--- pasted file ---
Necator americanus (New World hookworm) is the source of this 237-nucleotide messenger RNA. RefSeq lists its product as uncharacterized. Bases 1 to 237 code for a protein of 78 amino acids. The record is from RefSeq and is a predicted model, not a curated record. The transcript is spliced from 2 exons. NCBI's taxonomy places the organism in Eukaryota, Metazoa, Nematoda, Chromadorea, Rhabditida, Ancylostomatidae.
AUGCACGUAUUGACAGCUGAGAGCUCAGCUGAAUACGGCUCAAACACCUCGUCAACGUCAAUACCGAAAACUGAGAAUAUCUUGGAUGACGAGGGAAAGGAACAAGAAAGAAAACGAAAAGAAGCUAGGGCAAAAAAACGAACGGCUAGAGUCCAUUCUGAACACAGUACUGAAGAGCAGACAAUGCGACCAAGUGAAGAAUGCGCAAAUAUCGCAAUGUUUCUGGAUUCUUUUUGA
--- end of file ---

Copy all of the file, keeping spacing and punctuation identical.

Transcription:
Necator americanus (New World hookworm) is the source of this 237-nucleotide messenger RNA. RefSeq lists its product as uncharacterized. Bases 1 to 237 code for a protein of 78 amino acids. The record is from RefSeq and is a predicted model, not a curated record. The transcript is spliced from 2 exons. NCBI's taxonomy places the organism in Eukaryota, Metazoa, Nematoda, Chromadorea, Rhabditida, Ancylostomatidae.
AUGCACGUAUUGACAGCUGAGAGCUCAGCUGAAUACGGCUCAAACACCUCGUCAACGUCAAUACCGAAAACUGAGAAUAUCUUGGAUGACGAGGGAAAGGAACAAGAAAGAAAACGAAAAGAAGCUAGGGCAAAAAAACGAACGGCUAGAGUCCAUUCUGAACACAGUACUGAAGAGCAGACAAUGCGACCAAGUGAAGAAUGCGCAAAUAUCGCAAUGUUUCUGGAUUCUUUUUGA